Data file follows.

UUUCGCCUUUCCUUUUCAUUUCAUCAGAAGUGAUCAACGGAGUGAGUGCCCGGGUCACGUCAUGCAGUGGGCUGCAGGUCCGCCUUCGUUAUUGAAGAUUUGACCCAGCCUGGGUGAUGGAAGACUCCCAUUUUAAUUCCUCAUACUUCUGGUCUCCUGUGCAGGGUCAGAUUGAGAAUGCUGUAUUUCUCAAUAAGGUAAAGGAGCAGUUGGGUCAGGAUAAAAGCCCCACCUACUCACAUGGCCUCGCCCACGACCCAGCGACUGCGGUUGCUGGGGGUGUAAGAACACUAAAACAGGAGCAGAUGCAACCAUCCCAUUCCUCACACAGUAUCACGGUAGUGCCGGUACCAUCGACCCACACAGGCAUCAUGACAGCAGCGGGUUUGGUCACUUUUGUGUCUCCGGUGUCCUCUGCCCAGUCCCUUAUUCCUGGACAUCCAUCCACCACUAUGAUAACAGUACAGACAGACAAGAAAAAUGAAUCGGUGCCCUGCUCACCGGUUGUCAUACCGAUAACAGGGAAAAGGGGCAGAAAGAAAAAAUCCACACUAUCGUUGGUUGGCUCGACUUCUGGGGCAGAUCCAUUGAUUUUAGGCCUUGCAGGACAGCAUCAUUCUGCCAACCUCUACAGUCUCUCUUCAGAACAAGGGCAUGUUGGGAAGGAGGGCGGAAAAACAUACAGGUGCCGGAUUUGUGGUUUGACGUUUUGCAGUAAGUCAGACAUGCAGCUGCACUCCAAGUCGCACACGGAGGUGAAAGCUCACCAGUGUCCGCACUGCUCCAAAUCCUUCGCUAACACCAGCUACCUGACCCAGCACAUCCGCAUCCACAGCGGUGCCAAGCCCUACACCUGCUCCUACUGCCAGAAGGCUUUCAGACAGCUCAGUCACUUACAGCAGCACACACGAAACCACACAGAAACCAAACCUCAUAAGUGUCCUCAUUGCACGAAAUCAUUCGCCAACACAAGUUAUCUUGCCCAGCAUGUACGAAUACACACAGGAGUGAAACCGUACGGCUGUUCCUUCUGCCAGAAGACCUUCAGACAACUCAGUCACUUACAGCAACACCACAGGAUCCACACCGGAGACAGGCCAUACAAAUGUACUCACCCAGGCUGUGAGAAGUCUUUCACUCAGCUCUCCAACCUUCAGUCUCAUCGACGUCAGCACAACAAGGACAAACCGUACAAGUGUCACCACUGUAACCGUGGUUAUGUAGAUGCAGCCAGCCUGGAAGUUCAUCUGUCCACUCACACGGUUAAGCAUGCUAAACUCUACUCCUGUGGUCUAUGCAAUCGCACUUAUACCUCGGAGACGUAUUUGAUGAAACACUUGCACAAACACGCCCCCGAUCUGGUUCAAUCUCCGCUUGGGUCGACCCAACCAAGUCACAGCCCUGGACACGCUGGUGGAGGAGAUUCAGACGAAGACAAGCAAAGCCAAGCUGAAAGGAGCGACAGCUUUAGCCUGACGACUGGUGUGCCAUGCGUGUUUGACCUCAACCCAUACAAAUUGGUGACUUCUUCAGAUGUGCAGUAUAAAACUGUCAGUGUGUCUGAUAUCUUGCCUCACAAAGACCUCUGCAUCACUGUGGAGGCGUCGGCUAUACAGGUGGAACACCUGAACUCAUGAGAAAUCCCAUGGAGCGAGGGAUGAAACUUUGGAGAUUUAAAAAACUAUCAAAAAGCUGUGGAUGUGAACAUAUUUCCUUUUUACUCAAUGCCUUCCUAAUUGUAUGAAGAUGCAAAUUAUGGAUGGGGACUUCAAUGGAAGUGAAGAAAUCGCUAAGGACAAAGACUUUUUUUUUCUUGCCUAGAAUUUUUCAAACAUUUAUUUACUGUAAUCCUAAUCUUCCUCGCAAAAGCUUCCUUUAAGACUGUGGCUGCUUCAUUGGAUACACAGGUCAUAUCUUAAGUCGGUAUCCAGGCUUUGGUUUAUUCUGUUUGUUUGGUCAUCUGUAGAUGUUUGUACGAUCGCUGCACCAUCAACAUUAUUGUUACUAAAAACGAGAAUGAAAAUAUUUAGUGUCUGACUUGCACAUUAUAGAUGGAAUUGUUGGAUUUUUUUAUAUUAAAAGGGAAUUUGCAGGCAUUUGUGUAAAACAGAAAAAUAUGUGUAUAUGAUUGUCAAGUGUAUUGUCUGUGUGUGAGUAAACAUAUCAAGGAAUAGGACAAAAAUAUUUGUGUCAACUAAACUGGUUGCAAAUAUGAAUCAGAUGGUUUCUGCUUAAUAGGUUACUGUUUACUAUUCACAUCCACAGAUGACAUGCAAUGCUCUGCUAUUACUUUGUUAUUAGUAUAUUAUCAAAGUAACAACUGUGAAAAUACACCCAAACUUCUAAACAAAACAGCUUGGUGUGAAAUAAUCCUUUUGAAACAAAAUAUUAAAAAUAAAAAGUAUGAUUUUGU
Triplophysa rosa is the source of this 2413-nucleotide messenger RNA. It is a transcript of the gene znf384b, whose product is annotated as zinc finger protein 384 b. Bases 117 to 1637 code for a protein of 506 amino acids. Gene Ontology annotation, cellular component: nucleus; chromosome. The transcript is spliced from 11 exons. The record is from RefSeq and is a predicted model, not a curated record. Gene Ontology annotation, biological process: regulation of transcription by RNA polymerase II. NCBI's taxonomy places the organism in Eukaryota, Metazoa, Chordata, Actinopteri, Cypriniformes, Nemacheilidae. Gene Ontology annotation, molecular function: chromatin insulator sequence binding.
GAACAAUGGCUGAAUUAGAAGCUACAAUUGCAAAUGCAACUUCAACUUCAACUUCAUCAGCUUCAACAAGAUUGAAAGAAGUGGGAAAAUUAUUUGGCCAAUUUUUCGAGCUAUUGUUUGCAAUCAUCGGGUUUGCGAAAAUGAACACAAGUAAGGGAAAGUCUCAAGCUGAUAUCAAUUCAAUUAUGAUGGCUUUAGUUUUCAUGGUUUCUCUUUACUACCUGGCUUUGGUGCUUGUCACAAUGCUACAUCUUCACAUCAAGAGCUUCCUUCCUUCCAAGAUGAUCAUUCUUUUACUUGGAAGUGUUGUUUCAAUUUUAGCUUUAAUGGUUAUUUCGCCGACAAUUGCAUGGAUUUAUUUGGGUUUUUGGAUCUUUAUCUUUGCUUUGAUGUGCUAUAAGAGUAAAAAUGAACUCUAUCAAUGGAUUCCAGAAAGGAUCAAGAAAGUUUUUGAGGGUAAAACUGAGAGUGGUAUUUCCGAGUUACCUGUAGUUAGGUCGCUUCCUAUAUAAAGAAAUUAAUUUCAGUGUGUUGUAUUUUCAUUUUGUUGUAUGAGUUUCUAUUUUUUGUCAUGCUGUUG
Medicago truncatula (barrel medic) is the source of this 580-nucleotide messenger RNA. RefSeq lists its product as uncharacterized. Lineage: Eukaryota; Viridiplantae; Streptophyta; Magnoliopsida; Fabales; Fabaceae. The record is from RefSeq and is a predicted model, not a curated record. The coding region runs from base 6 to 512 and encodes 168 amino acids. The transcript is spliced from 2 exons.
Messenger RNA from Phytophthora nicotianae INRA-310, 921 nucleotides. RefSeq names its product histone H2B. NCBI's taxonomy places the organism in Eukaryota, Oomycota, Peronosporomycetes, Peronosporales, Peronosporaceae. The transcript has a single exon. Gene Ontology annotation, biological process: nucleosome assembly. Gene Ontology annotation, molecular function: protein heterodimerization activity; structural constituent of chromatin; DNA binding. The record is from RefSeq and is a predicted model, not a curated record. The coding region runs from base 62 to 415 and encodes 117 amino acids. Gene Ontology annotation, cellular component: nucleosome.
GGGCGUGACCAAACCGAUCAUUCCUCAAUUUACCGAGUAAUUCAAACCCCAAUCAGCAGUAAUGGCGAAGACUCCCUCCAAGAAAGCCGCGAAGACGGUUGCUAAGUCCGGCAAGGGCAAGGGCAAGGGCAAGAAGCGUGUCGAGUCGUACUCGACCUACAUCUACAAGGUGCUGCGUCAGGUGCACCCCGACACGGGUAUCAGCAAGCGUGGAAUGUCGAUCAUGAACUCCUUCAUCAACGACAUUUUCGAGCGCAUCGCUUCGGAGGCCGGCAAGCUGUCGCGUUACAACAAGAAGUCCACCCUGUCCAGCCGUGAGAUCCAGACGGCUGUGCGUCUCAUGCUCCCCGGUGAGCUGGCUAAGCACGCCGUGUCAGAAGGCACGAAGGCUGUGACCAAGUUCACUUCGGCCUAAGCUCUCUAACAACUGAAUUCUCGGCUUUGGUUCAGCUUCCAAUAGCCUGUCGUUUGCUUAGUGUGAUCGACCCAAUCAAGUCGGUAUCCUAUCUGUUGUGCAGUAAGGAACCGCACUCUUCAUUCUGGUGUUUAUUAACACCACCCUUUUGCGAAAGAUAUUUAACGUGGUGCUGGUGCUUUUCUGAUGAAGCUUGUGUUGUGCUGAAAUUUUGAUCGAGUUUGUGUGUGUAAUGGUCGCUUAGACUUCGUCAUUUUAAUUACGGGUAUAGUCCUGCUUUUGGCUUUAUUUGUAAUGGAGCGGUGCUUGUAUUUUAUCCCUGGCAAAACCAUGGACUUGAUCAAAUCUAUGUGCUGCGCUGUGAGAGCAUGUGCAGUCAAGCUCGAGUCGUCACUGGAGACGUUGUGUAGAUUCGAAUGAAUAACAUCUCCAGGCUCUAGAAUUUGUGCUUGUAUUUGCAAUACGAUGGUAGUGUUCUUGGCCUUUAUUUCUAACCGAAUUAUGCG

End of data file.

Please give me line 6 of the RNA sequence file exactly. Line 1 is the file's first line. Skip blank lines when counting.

GGGCGUGACCAAACCGAUCAUUCCUCAAUUUACCGAGUAAUUCAAACCCCAAUCAGCAGUAAUGGCGAAGACUCCCUCCAAGAAAGCCGCGAAGACGGUUGCUAAGUCCGGCAAGGGCAAGGGCAAGGGCAAGAAGCGUGUCGAGUCGUACUCGACCUACAUCUACAAGGUGCUGCGUCAGGUGCACCCCGACACGGGUAUCAGCAAGCGUGGAAUGUCGAUCAUGAACUCCUUCAUCAACGACAUUUUCGAGCGCAUCGCUUCGGAGGCCGGCAAGCUGUCGCGUUACAACAAGAAGUCCACCCUGUCCAGCCGUGAGAUCCAGACGGCUGUGCGUCUCAUGCUCCCCGGUGAGCUGGCUAAGCACGCCGUGUCAGAAGGCACGAAGGCUGUGACCAAGUUCACUUCGGCCUAAGCUCUCUAACAACUGAAUUCUCGGCUUUGGUUCAGCUUCCAAUAGCCUGUCGUUUGCUUAGUGUGAUCGACCCAAUCAAGUCGGUAUCCUAUCUGUUGUGCAGUAAGGAACCGCACUCUUCAUUCUGGUGUUUAUUAACACCACCCUUUUGCGAAAGAUAUUUAACGUGGUGCUGGUGCUUUUCUGAUGAAGCUUGUGUUGUGCUGAAAUUUUGAUCGAGUUUGUGUGUGUAAUGGUCGCUUAGACUUCGUCAUUUUAAUUACGGGUAUAGUCCUGCUUUUGGCUUUAUUUGUAAUGGAGCGGUGCUUGUAUUUUAUCCCUGGCAAAACCAUGGACUUGAUCAAAUCUAUGUGCUGCGCUGUGAGAGCAUGUGCAGUCAAGCUCGAGUCGUCACUGGAGACGUUGUGUAGAUUCGAAUGAAUAACAUCUCCAGGCUCUAGAAUUUGUGCUUGUAUUUGCAAUACGAUGGUAGUGUUCUUGGCCUUUAUUUCUAACCGAAUUAUGCG